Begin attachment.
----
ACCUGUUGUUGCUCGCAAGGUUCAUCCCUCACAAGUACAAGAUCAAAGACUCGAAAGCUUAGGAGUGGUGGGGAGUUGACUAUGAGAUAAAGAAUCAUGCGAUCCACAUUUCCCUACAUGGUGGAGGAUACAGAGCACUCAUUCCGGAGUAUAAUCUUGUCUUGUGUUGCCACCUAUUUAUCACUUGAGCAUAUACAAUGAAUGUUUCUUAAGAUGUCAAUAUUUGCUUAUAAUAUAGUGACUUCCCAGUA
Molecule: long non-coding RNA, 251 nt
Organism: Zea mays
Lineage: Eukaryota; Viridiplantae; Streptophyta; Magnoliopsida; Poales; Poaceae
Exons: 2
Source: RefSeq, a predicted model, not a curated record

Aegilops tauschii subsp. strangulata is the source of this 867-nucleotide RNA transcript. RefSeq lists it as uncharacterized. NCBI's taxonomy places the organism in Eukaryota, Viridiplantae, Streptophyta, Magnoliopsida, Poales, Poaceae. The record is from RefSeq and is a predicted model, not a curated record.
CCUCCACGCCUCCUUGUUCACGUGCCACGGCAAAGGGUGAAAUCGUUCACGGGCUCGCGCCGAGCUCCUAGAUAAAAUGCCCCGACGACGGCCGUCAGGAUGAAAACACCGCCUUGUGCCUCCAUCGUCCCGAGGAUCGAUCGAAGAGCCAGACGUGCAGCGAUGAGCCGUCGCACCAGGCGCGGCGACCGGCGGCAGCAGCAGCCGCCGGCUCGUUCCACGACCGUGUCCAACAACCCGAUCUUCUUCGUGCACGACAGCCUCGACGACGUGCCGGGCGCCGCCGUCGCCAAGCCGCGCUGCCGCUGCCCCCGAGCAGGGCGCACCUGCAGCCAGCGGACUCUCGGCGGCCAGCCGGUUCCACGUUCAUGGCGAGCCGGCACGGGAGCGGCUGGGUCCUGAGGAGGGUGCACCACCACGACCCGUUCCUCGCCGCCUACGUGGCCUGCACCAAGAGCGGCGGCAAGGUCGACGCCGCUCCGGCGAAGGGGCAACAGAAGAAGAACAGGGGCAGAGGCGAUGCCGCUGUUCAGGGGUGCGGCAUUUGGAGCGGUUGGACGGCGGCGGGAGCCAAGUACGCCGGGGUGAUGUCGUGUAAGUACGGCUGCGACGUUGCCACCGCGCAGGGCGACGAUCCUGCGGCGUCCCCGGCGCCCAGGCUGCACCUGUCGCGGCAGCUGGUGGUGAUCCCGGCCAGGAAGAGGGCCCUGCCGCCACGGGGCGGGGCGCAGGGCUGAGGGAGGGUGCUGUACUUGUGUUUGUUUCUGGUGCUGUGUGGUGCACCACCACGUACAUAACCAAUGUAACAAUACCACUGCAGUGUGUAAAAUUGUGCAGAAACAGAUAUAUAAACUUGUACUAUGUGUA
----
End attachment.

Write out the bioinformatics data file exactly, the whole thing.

ACCUGUUGUUGCUCGCAAGGUUCAUCCCUCACAAGUACAAGAUCAAAGACUCGAAAGCUUAGGAGUGGUGGGGAGUUGACUAUGAGAUAAAGAAUCAUGCGAUCCACAUUUCCCUACAUGGUGGAGGAUACAGAGCACUCAUUCCGGAGUAUAAUCUUGUCUUGUGUUGCCACCUAUUUAUCACUUGAGCAUAUACAAUGAAUGUUUCUUAAGAUGUCAAUAUUUGCUUAUAAUAUAGUGACUUCCCAGUA
Molecule: long non-coding RNA, 251 nt
Organism: Zea mays
Lineage: Eukaryota; Viridiplantae; Streptophyta; Magnoliopsida; Poales; Poaceae
Exons: 2
Source: RefSeq, a predicted model, not a curated record

Aegilops tauschii subsp. strangulata is the source of this 867-nucleotide RNA transcript. RefSeq lists it as uncharacterized. NCBI's taxonomy places the organism in Eukaryota, Viridiplantae, Streptophyta, Magnoliopsida, Poales, Poaceae. The record is from RefSeq and is a predicted model, not a curated record.
CCUCCACGCCUCCUUGUUCACGUGCCACGGCAAAGGGUGAAAUCGUUCACGGGCUCGCGCCGAGCUCCUAGAUAAAAUGCCCCGACGACGGCCGUCAGGAUGAAAACACCGCCUUGUGCCUCCAUCGUCCCGAGGAUCGAUCGAAGAGCCAGACGUGCAGCGAUGAGCCGUCGCACCAGGCGCGGCGACCGGCGGCAGCAGCAGCCGCCGGCUCGUUCCACGACCGUGUCCAACAACCCGAUCUUCUUCGUGCACGACAGCCUCGACGACGUGCCGGGCGCCGCCGUCGCCAAGCCGCGCUGCCGCUGCCCCCGAGCAGGGCGCACCUGCAGCCAGCGGACUCUCGGCGGCCAGCCGGUUCCACGUUCAUGGCGAGCCGGCACGGGAGCGGCUGGGUCCUGAGGAGGGUGCACCACCACGACCCGUUCCUCGCCGCCUACGUGGCCUGCACCAAGAGCGGCGGCAAGGUCGACGCCGCUCCGGCGAAGGGGCAACAGAAGAAGAACAGGGGCAGAGGCGAUGCCGCUGUUCAGGGGUGCGGCAUUUGGAGCGGUUGGACGGCGGCGGGAGCCAAGUACGCCGGGGUGAUGUCGUGUAAGUACGGCUGCGACGUUGCCACCGCGCAGGGCGACGAUCCUGCGGCGUCCCCGGCGCCCAGGCUGCACCUGUCGCGGCAGCUGGUGGUGAUCCCGGCCAGGAAGAGGGCCCUGCCGCCACGGGGCGGGGCGCAGGGCUGAGGGAGGGUGCUGUACUUGUGUUUGUUUCUGGUGCUGUGUGGUGCACCACCACGUACAUAACCAAUGUAACAAUACCACUGCAGUGUGUAAAAUUGUGCAGAAACAGAUAUAUAAACUUGUACUAUGUGUA